A quick solution is to cut up a Post-It to scale and stick it to a fig, so 2″x2″ for the horse example above. Place it sticky side up so it adheres to the fig and not the battlemat.
My first inclination was to place the horse fig dead center of the trimmed Post-It. However, another player had a great idea and right-aligned the horse on the note to make room for placing a rider fig on the left-side.
- Spells and powers. Make a library of abilities and their rules for fast reference during play.
- Master The Game Rules
My GM had definitely mastered the D&D rules set and it showed during play. Pauses for rules research and page flipping behind the screen were almost nil and this translated into very smooth play, more storytelling, and a fun time.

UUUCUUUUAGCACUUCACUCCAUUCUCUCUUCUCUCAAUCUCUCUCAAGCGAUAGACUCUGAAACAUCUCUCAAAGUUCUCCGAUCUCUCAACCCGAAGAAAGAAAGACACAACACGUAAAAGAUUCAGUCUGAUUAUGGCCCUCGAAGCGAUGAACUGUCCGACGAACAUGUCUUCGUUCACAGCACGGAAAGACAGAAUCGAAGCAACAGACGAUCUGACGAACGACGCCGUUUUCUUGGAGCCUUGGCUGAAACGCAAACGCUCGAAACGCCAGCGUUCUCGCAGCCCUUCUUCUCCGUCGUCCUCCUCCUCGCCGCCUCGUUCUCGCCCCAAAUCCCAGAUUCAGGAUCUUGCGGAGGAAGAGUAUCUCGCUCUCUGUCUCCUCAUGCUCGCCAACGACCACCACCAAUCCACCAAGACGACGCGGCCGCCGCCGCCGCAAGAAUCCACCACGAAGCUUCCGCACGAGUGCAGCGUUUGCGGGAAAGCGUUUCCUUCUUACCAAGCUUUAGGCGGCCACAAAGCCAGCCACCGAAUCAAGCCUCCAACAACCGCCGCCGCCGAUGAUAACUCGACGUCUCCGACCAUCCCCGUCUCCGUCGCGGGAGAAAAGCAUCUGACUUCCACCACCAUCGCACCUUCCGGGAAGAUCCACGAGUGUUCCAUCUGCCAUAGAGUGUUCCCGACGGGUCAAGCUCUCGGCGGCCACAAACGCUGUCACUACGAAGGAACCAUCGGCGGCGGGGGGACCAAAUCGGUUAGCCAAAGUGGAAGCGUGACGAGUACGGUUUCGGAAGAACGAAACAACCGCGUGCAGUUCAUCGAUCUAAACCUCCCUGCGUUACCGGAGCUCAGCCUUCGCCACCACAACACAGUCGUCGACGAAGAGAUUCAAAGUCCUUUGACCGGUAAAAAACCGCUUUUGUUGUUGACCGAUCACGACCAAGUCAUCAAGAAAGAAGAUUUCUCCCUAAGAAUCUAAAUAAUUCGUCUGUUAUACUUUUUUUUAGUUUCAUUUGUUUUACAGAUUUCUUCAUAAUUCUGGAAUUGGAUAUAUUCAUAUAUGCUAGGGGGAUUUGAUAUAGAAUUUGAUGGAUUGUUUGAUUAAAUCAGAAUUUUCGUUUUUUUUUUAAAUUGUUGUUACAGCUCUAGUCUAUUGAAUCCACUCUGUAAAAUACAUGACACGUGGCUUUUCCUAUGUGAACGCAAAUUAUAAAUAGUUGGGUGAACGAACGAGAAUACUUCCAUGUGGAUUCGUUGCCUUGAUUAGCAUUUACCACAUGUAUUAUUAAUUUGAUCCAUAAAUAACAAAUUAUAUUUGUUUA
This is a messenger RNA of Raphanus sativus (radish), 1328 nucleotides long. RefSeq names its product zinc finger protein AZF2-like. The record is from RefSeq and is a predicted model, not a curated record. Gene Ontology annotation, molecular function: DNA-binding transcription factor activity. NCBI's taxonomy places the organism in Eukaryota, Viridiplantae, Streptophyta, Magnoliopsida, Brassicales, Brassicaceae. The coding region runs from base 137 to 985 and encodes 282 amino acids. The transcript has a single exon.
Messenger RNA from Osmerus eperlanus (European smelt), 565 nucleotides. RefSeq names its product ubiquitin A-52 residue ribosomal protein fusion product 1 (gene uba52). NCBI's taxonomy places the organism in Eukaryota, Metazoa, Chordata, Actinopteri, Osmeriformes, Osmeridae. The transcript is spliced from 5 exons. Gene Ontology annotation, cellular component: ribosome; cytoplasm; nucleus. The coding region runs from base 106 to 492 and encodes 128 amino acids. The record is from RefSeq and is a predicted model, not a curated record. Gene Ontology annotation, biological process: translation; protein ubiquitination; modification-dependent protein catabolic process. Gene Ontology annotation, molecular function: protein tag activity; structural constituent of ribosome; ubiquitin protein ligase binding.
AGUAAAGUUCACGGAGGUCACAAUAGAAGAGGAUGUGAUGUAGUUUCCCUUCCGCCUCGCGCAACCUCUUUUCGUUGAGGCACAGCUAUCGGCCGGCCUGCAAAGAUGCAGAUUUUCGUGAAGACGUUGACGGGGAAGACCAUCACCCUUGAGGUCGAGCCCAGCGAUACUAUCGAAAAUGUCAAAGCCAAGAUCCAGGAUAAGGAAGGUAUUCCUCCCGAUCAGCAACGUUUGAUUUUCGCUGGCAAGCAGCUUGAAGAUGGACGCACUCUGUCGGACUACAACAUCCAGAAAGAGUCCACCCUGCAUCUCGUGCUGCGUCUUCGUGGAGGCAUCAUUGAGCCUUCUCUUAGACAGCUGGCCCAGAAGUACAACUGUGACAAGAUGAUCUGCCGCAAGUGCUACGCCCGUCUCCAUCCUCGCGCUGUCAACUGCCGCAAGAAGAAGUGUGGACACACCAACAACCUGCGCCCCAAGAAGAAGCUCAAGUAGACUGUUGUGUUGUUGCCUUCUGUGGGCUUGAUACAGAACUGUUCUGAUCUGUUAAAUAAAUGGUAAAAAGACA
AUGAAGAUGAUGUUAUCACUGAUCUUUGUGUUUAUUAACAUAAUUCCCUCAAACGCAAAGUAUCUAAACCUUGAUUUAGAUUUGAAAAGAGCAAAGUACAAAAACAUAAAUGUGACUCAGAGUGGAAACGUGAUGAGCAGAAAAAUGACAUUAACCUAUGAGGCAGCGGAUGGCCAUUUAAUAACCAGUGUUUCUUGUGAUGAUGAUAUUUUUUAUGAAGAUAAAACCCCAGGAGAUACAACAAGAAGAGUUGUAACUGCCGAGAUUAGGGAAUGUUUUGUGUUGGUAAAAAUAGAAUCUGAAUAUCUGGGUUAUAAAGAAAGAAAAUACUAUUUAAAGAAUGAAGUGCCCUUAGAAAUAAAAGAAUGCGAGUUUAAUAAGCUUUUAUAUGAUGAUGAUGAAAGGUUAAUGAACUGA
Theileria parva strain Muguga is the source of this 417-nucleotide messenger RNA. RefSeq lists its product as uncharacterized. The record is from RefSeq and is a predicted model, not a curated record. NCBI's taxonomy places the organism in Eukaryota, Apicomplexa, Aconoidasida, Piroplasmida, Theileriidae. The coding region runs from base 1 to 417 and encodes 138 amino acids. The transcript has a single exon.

Players should master the game rules too, for the same reasons. You don’t have to master every rule though, just the ones important to your PC.
For example, if you’re a warrior you should have a good grasp of the combat rules and options. If you’re a spell caster, get those spell stats and mechanics down on paper or in your head.
Some player rules mastery tips:
- Volunteer to do the rules research in-game whenever needed. This is one of the best ways to master a rules set, unless your group has minimal rules issues.
- You’re forced to learn how the rule book is organized. You’ll learn where to find rules and be able to find them quickly.
- Reading the rule will help you remember it.
- Then explaining the rule, reading it aloud, or paraphrasing it for the others will reinforce in your brain what you’ve just read.
- Record rules pertinent to your character on a reference sheet. Do this during the session when you’re not busy or between sessions. Again, this helps you learn where the rules are in the book and is a good memory technique.